VeronicaG

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VeronicaG last won the day on January 9

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About VeronicaG

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    May 2016
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    Canada

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  1. I'd personally go with the more established school just because I would assume it would already be experienced in all of the IB's policies, mark schemes, and required components. A newer school may bring in teachers who have never done IB before, so that is often a huge struggle. However, pre-IB really is pretty generic and falls under the district policies, not IB, so there should be fewer hiccups with that. The only downside I can see is if the first year pre-IB courses are poorly run, in which case a lot of students would simply drop out (this was the case with the new pre-AP program in a high school near me. They almost had to cancel it because enrollment dropped to 7 kids) In the end, go where you're happiest. If one school stands out more socially/academically/financially/athletically then definitely consider going there. PS commuting isn't bad. I spent 2 hours a day on a bus to get to my IB school (Halton region)
  2. I've read Legend several times (as well as the rest of the trilogy) and in all honesty I don't think it's appropriate for an EE. My school discouraged YA books in HL Lit in general because there just isn't enough depth and you probably won't get an A or B if you choose it If you like dystopian, Margaret Atwood's The Handmaid's Tale is really haunting and thought provoking. Really good read, plus it brings up some really deep thoughts on religion and feminism Take this with a grain of salt though. My school hasn't produced an English EE in 5 years.
  3. I graduated from a Canadian IB school so if you wanna ask me any questions then feel free Starting with the Essay, it's a 4000 word research paper on a topic of your choice, but most often you write it in a subject you're taking (for example, you can do a history research paper if you're taking history because you'll (hopefully) be good at it). It's often done on your own, but you get a teacher to be a supervisor so you can ask them questions whenever. TOK is kinda sorta philosophy. It's basically a course that blows your mind by making you question how you know things. You have to write an essay and make a presentation for this class. My school offered a course during school for TOK, but every school is different and some don't have TOK as a class. I can 95% say it'll be harder than Grade 10. The assignments are longer and the classes are more detailed so you have to know more content than a normal academic class. However, I didn't find it impossible, and the first semester is usually the easiest. You'll probably have some late nights where you're writing an essay til midnight, but if you manage your time you can easily catch those ZZZs. Procrastination is the downfall for IB kids. I don't think art classes IN SCHOOL count, but if you take lessons then I think it's fair game. Creativity is really open to interpretation and it's a great way to destress. Sports teams are also perfect for Activity and you'll get a ton of hours. Service is anything that involves leadership. Volunteering works (I think there's some small restrictions but not really important) and you can also plan and run school/community activities. You have to record how many hours you do and get a supervisor signature and fill out 'reflections' about what you gained from the experience. CAS was pretty easy. 90% of my IB class finished it in Year 1 YUP YOU DO. Again, try not to worry about this now. I wrote a 2000 word essay about building the perfect fortress during the zombie apocalypse and proved that my guards could intercept any zombies before reaching the perimeter. This is hard to explain. if you're by chance from Ontario, send a message and I'll explain it a bit more in depth. But in general your marks get converted to a level from 1-7 and 7 is the top. There's a grade boundary for each level in each class (for example, in my Biology class an 80%+ became a 7). Just chill and hang with friends. You'll probably have to sacrifice some social life for IB, so enjoy it while you can. Other than that, just improve any study habits and time management skills you have. You'll need it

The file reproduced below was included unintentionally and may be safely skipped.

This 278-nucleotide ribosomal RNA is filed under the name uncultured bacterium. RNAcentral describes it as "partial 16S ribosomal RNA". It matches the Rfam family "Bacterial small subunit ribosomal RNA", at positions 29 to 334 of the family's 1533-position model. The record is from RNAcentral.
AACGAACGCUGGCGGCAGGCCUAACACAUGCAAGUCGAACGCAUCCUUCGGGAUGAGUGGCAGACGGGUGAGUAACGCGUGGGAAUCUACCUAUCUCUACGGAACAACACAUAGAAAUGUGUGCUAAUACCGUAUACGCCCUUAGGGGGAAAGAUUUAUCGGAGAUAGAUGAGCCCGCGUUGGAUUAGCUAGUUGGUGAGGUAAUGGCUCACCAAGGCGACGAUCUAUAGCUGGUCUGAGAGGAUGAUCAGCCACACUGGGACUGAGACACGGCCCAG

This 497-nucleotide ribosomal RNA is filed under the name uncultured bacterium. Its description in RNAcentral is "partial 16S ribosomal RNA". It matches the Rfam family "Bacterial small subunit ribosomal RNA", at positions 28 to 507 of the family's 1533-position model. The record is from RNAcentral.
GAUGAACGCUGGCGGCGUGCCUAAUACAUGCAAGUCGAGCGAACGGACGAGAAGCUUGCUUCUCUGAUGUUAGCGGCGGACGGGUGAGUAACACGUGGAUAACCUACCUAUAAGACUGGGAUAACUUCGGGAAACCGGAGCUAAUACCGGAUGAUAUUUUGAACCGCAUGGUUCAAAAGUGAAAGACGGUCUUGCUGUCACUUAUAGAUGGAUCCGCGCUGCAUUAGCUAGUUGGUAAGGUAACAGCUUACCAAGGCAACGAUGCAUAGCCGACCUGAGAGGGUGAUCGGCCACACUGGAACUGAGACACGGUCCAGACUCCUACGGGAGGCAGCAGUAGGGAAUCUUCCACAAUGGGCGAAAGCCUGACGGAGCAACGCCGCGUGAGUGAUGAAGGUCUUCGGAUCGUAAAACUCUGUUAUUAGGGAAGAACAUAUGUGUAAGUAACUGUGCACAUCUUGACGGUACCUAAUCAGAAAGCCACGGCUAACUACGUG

4. Looking back at my IB years, I really wish I dropped to certificate or transferred to the AP school. It wasn't because of grades or bad teachers, but because I realised that my post-secondary pathway didn't align well with the IB program offered at my high school. I think my school had a very 'pre-med' and humanities focused program, but did not offer a strong background for engineering. There was no subject choice other than choosing HL History or online Econ/Psych/ITGS (lotsa $$$) for Group 3, whereas AP and the provincial system offered loads of choices and electives. I still got into my dream school, but SL Math and non-IB summer school physics were a huge obstacle in first term.